Filter Excel Dashboards with Table Slicers

How to use Table Slicers as interactive Filter Controls on a Microsoft Excel Dashboard

Filtering data by one or several criteria is certainly one of the most common and important activities in data analytics. Adding visual filters to a dashboard is a built-in feature in Tableau and Power BI and as such a walk in the park.

But what if you need interactive filter controls on a dashboard in Microsoft Excel?

Sure, you can use data validation lists, form controls or ActiveX controls as interactive dashboard objects to set a filter or at least make a selection. You could also write some VBA code to let the user filter data by directly interacting with cell ranges or chart elements. All viable options, but either limited in functionality or a lot of effort to implement.

Wouldn’t it be nice if you could simply use the slicers, which have become a very popular way for facilitating the filter process on Pivot Tables? In other words, wouldn’t it be nice to create a dashboard like this in Microsoft Excel?Filter Excel Dashboards with Table Slicers Intro

A Microsoft Excel dashboard with a variety of views (numbers, tables, charts), all filterable using the visual filter controls above the views (the slicers).

You guessed it, right? It is possible. And even better: it is very simple and straight forward to implement. No VBA, no limitation to Pivot Tables or Pivot Charts, no Power Query, no DAX formulas. Just good old Excel.

Today’s article explains the basics of the technique, describes the process of the implementation step-by-step and – as always – provides the example workbooks for free download.

The Core Parts of this Technique

Here is what you need to know in order to understand how the technique is working:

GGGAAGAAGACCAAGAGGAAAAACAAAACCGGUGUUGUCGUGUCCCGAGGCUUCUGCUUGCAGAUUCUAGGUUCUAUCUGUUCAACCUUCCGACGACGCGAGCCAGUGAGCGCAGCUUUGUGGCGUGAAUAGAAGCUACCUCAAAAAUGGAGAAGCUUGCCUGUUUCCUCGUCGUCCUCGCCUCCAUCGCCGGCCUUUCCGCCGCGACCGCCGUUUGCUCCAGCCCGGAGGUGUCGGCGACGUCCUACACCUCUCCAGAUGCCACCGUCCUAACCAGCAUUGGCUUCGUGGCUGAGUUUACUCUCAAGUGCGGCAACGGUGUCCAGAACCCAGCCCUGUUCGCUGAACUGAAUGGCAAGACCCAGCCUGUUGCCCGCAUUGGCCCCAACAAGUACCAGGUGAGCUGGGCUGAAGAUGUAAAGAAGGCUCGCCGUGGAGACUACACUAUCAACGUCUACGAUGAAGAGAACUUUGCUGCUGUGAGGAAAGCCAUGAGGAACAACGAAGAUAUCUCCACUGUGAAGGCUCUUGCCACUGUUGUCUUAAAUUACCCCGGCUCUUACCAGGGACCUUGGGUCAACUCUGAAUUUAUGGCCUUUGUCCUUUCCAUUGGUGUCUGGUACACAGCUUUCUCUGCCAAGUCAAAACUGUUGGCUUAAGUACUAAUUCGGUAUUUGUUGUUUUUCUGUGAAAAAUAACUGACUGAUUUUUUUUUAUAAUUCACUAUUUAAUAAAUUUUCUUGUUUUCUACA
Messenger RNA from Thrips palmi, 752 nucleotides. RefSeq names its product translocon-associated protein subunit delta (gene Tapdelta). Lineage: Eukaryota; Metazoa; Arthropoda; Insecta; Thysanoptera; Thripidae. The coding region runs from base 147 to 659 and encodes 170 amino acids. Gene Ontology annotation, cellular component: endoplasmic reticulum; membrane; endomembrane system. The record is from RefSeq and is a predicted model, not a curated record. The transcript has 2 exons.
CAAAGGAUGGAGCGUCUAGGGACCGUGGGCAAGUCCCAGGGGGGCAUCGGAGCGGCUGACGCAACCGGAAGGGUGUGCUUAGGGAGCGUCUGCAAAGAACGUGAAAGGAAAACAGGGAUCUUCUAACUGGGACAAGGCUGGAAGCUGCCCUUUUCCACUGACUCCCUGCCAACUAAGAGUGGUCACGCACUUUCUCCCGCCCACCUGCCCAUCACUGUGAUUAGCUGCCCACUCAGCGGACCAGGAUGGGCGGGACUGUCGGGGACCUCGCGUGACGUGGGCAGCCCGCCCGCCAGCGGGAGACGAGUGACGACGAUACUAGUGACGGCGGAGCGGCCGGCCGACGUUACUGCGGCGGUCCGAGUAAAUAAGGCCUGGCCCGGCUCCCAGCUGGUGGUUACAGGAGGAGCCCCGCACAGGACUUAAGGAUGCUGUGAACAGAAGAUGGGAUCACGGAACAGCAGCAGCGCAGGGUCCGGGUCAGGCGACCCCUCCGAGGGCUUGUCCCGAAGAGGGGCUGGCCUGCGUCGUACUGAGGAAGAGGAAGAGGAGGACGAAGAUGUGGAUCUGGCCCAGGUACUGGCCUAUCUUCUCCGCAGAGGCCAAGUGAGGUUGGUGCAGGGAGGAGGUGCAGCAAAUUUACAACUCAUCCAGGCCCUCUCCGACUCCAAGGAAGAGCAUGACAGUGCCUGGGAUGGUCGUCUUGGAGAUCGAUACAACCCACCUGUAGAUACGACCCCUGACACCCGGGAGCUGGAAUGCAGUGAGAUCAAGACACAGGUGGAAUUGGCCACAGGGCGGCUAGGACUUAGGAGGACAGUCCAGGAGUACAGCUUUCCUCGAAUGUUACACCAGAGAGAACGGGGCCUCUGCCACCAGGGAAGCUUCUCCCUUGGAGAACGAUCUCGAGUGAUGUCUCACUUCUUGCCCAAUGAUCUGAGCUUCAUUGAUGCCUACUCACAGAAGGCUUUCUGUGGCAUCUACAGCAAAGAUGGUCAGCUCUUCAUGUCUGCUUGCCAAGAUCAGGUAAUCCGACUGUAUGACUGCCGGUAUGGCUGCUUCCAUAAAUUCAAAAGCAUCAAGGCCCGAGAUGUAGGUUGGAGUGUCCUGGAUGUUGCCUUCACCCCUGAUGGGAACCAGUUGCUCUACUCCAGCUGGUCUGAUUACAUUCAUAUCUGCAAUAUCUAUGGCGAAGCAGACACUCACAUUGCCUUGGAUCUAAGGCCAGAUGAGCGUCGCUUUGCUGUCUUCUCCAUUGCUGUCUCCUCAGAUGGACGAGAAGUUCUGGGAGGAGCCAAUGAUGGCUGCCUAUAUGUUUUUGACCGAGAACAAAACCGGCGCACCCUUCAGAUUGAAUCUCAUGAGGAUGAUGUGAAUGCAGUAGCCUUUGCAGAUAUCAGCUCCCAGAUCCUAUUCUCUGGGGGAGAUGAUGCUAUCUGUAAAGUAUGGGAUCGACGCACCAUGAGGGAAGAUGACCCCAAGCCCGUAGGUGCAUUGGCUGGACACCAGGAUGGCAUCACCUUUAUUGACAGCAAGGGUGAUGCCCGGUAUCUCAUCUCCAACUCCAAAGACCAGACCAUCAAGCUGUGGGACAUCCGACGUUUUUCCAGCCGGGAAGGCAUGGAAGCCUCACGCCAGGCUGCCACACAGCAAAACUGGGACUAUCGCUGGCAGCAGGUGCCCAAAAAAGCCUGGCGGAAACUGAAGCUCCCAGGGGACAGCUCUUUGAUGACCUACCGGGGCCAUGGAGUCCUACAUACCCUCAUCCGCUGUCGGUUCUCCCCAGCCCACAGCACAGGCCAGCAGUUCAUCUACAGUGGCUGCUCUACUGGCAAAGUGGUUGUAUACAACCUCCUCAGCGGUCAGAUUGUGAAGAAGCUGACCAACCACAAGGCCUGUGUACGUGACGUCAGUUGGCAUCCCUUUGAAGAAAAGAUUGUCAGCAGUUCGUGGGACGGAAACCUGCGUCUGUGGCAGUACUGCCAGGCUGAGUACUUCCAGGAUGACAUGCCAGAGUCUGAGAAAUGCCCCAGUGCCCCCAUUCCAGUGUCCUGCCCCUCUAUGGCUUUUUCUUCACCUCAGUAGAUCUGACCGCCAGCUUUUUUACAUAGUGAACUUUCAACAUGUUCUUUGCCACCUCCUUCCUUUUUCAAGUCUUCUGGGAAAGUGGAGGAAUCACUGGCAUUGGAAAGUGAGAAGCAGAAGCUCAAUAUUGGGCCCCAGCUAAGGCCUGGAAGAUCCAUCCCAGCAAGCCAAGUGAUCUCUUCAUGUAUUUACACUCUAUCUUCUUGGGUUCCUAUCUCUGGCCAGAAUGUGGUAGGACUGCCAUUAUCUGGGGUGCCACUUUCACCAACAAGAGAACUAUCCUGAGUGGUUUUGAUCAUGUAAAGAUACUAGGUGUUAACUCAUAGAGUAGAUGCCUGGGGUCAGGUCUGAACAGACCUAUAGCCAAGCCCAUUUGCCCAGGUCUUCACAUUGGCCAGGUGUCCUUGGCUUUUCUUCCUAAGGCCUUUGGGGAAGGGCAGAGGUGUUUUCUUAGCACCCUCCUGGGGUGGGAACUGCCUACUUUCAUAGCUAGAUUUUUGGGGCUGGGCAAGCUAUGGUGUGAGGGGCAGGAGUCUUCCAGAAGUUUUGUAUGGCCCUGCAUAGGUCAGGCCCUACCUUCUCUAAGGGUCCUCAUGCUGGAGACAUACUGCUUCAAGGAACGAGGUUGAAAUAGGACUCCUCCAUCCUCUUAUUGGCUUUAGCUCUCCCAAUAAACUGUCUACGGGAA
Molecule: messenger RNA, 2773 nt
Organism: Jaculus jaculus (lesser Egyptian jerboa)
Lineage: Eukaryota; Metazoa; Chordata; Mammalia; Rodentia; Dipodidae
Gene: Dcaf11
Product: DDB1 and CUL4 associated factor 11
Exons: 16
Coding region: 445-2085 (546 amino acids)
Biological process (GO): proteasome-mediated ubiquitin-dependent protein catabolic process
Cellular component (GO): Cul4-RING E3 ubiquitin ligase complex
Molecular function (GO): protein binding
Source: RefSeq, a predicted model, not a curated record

• slicers are not only available for Pivot Tables, but also for Excel Tables
  • slicers do not have to live on the worksheet where the table is located. They can be copied (or cut) and pasted to other worksheets and will still filter the table they have been created for
  • the function SUBTOTAL aggregates data of the visible rows only, i.e. unlike SUM or AVERAGE, SUBTOTAL excludes filtered or hidden rows from the aggregation
  • SUBTOTAL can also be used to detect whether or not a row (more precisely: a specific cell in a row) is visible or hidden, i.e. whether a data record (row) meets all filter criteria or is filtered out

Step-by-Step Instructions

Step 1 – Add a Helper Column to your Table

In order to be able to slice and dice the data as we like, we need to know for each row in the data whether it is currently filtered out or not. Therefore we need a calculated column providing this information based on all set filters.

To get there, add a calculated column to your table (called [In Filter] in the example below) and insert the following formula:

=SUBTOTAL(3,[@[Column Header]])

where [Column Header] is a column of your raw data.

In this example, we choose the column [Order Date]:

Slicers on Excel Dashboards: Helper Column

The formula performs a COUNTA (function number = 3 of the function SUBTOTAL) on the cell in the specified column [Order Date] of the current row. The formula returns 1, if this cell (and row) is visible (i.e. it meets all filter criteria) and 0 otherwise.

Important: please note that the SUBTOTAL refers to the specific cell only, not to the entire column, i.e. the second parameter of the functions reads [@[Order Date]] and not [Order Date]. In other words, in row 7, only the cell B7 is passed as the second parameter to the SUBTOTAL and not the entire column B7:B10006.

Two additional things to keep in mind when writing this formula:

  • Select a column which is entirely filled with data, i.e. all cells in this column have a value, no blanks. If you don’t have such a column in your data, add another helper column with a constant (like 1) or a running index (like an ID: 1, 2, 3, ….) and refer to this second column in the SUBTOTAL function